To Graeme Park’s mind however, certain parts of clubland can be as conservative and protective of their ‘classics’ as any orchestra. Resident DJ at Manchester’s Hacienda — probably clubland’s equivalent of the Royal Albert Hall, in legendary if not luxury terms — until it closed in 1997, Graeme has been playing nights where there’s sometimes “the old crowd there who just want to hear the same tunes played by the same DJs. I can’t do that — I need to do something with a twist!”

That’s why he’s currently working on the forthcoming ‘Hacienda Classics’ concert with fellow Hacienda resident Mike Pickering and the Camerata Orchestra, which will feature orchestral renditions of the tunes that made the club the epicentre of acid house in the ‘80s and ‘90s. Get tickets.

As a work-in-progress, Graeme’s loathe to reveal more aside from saying “it will be more DJ-based” than other collaborations, although secrecy hasn’t stopped them selling out two nights at Manchester’s esteemed Bridgwater Hall in minutes.

Graeme says he’s overjoyed to be performing there “because this is a classical not a club event”, but also disputes the charge that — just as the Hacienda itself was knocked down to build pricey flats — transporting its music to such a venue is the equivalent of gentrifying it and cleaning up what made it great.

“For a lot of people who grew up in the ‘80s house music was their punk rock.,” he says. “They’re older and they’ve got kids and still like to party but they look ruined at 5am. They love music but they’re looking for a new way of experiencing it.”


The idea of orchestras playing dance music isn’t entirely new. The two have long been intertwined: back through classically-trained producers like Arthur Russell or ensembles like The Salsoul Orchestra who reigned during ‘70s disco, to avant-garde composers like John Cage and Steve Reich in the ‘60s, who experimented with getting orchestras to play mimimalist repetitive rhythms that — whilst not explicitly designed to dance to — later influenced techno.

Not least Jeff Mills, who has been collaborating with orchestras for over 10 years, recently performing with the BBC Symphony Orchestra for his ‘Light From The Outside World’ concert at the Barbican in London. It’s something he sees as imperative to his drive to see techno considered as an artform on a par with classical, rather than just functional ‘dance’ music.

“I'm convinced that any significant advancement in electronic dance music won't be achieved by one person, so my objective is to create as many working examples so that others can see and understand how it could work so that they might want to try it,” he says, and also considers the differences between DJing and performing in a concert hall.

“With standing audiences, I realise that I have the ability to make people move to the point of dancing, which would direct me in the way I would react my instrument,” he elaborates. “For a seated audience, I know that everyone is giving me their attention and listening to everything I produce, so attention would be on the aspect of using each and every movement to say something relevant.”

But, as Jeff points out, both classical music and techno are both “directed at generating a response for the listener. There is a certain practical, almost instrumentality to how the genre functions.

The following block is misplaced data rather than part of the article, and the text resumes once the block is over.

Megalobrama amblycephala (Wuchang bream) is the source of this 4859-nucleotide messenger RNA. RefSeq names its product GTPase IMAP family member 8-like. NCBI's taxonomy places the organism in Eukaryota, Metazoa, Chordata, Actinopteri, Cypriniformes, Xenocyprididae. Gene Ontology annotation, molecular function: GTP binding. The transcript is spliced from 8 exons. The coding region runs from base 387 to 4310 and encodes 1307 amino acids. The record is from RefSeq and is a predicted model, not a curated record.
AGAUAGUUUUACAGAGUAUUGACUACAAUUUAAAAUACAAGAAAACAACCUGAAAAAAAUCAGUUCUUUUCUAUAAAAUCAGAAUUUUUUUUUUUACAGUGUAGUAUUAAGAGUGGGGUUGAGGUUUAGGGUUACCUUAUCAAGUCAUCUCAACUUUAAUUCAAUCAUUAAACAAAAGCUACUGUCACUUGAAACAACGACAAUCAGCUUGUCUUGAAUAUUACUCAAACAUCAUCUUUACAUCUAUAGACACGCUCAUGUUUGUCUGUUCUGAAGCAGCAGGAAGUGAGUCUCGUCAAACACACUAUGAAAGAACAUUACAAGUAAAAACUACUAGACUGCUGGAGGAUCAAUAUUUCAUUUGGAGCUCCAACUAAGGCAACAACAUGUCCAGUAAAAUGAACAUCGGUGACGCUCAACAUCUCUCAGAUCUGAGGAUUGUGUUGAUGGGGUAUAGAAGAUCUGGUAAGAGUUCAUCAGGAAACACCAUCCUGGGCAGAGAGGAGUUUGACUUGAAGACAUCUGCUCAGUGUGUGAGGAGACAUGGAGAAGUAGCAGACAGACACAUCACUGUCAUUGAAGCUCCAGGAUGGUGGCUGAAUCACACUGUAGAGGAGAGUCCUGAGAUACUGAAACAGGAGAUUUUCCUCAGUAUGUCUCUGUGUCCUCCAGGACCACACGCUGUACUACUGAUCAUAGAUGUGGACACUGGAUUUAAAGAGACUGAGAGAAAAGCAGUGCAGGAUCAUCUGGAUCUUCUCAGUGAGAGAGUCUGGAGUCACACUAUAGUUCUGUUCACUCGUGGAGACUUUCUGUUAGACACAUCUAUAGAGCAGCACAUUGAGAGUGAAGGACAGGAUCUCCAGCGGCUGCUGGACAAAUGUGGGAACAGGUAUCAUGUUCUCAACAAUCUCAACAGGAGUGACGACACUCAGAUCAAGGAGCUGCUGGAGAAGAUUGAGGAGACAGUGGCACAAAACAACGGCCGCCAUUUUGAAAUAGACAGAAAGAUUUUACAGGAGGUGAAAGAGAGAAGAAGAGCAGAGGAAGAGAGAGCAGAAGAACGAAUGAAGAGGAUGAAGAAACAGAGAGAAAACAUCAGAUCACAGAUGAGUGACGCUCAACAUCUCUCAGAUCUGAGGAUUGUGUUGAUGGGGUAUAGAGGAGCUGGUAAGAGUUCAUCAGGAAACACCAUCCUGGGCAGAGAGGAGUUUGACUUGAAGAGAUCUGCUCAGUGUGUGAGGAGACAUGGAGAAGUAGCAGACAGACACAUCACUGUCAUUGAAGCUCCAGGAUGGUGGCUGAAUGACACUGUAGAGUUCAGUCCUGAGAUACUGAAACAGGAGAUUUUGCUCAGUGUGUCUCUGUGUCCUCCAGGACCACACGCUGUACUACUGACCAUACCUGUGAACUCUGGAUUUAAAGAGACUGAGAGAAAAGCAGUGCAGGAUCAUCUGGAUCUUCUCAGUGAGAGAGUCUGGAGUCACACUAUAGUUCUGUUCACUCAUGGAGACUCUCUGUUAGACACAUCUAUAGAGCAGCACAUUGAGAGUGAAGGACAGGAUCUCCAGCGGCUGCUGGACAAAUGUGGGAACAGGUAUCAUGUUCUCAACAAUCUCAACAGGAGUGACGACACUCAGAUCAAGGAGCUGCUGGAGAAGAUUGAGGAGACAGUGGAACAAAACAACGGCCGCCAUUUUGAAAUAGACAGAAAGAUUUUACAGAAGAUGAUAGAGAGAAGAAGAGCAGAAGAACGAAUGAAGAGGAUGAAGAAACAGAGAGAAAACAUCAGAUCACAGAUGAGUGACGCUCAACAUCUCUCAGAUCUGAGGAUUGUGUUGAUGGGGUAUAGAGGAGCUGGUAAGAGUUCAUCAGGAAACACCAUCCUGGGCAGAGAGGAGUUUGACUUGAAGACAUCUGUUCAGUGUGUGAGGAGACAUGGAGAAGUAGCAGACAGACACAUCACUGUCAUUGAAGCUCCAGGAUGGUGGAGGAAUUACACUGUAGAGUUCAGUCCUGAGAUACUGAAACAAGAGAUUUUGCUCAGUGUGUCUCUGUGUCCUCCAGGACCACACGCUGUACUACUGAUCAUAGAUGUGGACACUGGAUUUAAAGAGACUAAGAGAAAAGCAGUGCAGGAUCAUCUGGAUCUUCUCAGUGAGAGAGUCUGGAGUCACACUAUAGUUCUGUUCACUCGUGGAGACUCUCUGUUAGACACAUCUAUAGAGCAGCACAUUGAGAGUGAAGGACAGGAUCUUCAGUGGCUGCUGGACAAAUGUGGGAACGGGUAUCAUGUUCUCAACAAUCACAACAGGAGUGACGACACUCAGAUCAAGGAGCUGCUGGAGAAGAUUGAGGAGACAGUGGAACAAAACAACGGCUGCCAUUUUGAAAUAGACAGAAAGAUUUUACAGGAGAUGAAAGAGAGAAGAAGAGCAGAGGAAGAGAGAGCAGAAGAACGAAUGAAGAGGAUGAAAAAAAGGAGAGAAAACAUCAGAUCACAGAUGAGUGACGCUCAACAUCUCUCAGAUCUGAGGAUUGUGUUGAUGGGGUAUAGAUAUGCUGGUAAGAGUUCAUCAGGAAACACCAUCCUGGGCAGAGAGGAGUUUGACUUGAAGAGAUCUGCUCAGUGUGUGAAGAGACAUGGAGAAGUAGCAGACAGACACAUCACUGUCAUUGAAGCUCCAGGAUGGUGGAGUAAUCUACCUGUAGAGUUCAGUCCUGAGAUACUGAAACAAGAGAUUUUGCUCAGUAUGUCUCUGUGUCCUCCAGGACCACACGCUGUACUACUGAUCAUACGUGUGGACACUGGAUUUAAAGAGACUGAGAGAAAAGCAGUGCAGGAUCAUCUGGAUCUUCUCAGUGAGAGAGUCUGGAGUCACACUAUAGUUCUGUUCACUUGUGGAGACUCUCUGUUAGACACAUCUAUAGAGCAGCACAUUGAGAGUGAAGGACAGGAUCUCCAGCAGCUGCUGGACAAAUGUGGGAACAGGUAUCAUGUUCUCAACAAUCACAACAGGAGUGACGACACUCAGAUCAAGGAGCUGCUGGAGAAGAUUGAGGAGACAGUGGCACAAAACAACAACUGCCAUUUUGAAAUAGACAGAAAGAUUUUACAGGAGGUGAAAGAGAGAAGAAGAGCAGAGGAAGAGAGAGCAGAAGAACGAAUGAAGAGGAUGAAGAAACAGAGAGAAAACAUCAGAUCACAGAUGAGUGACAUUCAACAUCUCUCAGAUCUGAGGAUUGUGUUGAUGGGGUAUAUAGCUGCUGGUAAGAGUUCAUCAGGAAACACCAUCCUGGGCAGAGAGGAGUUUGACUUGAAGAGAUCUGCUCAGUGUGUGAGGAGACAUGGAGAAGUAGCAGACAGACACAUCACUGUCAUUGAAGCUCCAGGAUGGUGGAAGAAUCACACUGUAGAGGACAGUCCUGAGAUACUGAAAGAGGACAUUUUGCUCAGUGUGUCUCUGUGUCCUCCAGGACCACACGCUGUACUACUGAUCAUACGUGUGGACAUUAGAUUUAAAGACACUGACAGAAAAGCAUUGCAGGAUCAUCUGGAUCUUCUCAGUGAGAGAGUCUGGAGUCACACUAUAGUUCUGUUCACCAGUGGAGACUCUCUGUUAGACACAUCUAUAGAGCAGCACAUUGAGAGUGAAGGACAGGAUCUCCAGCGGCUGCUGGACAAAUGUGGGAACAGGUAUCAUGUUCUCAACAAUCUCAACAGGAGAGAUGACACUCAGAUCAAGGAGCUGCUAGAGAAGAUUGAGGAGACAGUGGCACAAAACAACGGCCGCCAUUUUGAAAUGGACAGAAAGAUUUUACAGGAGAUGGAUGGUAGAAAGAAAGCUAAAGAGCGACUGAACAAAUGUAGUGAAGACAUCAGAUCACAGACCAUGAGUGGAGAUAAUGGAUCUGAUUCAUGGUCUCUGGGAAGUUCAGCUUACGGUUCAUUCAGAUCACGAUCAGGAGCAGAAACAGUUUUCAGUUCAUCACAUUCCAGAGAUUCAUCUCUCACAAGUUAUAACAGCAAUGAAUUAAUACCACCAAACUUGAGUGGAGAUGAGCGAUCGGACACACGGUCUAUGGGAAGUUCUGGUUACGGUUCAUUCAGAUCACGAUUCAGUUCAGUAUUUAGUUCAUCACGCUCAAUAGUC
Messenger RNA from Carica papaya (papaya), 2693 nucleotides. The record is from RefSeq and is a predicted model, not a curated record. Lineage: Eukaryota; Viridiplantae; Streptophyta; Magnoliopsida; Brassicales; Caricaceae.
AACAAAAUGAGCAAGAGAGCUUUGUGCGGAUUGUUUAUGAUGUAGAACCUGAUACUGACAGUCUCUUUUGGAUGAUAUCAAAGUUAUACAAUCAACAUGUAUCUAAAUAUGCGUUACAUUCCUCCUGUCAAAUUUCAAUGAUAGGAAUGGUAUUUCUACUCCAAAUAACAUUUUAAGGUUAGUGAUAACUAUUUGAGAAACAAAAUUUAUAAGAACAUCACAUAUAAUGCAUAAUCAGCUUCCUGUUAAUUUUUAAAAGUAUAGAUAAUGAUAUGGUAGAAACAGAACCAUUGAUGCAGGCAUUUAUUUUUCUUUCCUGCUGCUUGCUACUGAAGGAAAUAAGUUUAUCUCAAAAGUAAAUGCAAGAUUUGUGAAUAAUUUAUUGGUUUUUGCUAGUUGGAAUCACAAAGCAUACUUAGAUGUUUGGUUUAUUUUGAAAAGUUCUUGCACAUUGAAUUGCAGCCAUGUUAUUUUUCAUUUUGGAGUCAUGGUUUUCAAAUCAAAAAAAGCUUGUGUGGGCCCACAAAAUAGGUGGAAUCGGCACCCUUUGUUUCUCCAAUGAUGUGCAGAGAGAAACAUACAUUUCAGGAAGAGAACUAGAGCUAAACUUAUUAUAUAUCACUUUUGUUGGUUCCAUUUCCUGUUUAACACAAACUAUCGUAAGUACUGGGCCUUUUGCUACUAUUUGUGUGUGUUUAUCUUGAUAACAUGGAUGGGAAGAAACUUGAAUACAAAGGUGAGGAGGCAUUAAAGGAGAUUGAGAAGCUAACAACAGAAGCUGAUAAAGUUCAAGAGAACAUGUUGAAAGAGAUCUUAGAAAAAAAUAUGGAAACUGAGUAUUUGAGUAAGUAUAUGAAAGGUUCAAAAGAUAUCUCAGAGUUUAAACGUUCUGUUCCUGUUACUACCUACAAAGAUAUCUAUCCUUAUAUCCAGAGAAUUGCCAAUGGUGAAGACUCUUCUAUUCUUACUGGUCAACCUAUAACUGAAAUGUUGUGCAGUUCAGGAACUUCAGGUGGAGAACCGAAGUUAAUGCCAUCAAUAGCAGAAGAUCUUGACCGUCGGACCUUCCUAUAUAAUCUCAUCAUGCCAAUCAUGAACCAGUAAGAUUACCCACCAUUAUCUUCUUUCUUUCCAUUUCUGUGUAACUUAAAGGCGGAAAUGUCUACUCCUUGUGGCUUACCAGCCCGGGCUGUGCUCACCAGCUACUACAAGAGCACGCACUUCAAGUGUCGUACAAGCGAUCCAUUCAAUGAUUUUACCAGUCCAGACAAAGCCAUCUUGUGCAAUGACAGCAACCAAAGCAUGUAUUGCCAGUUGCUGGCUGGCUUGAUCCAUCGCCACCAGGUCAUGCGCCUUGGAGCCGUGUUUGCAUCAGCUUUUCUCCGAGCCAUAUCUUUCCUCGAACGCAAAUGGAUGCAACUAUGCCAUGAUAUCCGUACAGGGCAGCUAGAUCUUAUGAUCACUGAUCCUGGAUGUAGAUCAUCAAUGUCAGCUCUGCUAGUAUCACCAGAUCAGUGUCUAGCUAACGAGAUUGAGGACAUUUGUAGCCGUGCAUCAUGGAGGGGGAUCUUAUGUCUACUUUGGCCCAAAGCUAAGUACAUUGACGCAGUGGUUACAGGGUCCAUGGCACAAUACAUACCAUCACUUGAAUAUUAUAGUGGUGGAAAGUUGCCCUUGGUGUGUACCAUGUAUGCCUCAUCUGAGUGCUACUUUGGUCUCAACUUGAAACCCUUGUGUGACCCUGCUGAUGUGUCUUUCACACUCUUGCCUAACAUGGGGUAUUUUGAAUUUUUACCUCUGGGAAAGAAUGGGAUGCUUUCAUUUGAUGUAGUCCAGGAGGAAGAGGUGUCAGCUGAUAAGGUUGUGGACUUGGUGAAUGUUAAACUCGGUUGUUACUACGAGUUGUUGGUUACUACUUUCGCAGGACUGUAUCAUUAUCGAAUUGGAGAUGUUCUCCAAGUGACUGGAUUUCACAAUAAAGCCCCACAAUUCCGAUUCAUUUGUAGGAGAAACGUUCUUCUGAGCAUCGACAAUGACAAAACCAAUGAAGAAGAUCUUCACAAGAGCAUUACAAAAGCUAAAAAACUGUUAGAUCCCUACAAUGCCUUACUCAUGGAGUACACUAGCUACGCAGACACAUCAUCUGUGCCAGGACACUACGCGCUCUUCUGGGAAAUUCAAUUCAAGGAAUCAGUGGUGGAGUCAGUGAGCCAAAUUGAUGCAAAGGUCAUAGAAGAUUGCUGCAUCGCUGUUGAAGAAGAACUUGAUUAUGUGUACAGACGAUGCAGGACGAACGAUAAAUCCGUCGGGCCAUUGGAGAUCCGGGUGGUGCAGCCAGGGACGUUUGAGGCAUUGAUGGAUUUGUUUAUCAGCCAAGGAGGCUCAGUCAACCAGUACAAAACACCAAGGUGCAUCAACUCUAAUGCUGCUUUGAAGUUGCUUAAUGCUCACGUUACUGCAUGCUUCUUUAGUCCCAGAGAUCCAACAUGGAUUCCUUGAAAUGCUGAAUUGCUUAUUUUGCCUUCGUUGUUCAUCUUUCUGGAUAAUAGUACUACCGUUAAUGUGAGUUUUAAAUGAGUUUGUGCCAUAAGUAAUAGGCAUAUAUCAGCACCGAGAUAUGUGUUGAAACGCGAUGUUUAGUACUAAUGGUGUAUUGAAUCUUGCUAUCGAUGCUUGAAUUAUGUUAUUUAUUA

Classical music is defined as formal or serious because it encompasses musicology of advance structural patterns and understanding. Dance music — also an advanced form — focuses in the area of communication through physical means. Considering the idea that music will be first heard, then physically reinforced to emphasise one's character or openness. Almost a therapeutic process.”

For Emika, penning a classical symphony was literally a therapeutic process. The protean Berlin-based Anglo-Czech musician best-known for her dubstep and techno — but who has also released an album of solo piano pieces — is raising money on Kickstarter for the Prague Metropolitan Orchestra to record a symphony she wrote after being dropped by her record label.

“I was totally free to do whatever I wanted but I didn’t anticipate how terrifying it would be,” she reveals. “The idea I had about freedom turned out to be really dark and lonely. But I’d always wanted to write a symphony and — compared to everything else going on in my life — that suddenly didn’t seem so scary any more. Now I feel calm again I can write nice smooth grooves but I could not write a symphony because I’m not in that place.”

She believes classical music has an emotional resonance electronic music doesn’t because ‘you can’t synthesise the feeling of people making music in one moment together.’ But as the feelings came tumbling out easily enough, Emika found it challenging to translate them ‘into notes on paper.

I got into electronic music because you could play a synthesiser and record it and it’s this immediate way of making music without knowing all the theory. But here I had to work out how to compose and edit it before I’d even listened to it. You can’t just see how something goes because classical players don’t jam. They read traditional music notes so you have to put your ideas into their world.’


Kate Simko is another electronic artist finding her way into that world. A DJ and producer with tech house releases for labels like Spectral Sound and Get Physical under her belt, Kate was originally a classically-trained pianist, and moved to London from her Chicago home to study Composition For Screen at the Royal College of Music in 2013 because “I wanted to learn how to write for an orchestra”.

Since then she’s formed the London Electronic Orchestra, who have performed Kate’s own compositions alongside versions of tracks like ‘Voodoo Ray’ at clubs like HEART in Ibiza and festivals such as Bestival, whilst Kate has also kept her hand in with house music, and will soon be releasing the ‘Polyrhythmic’ album with Tevo Howard.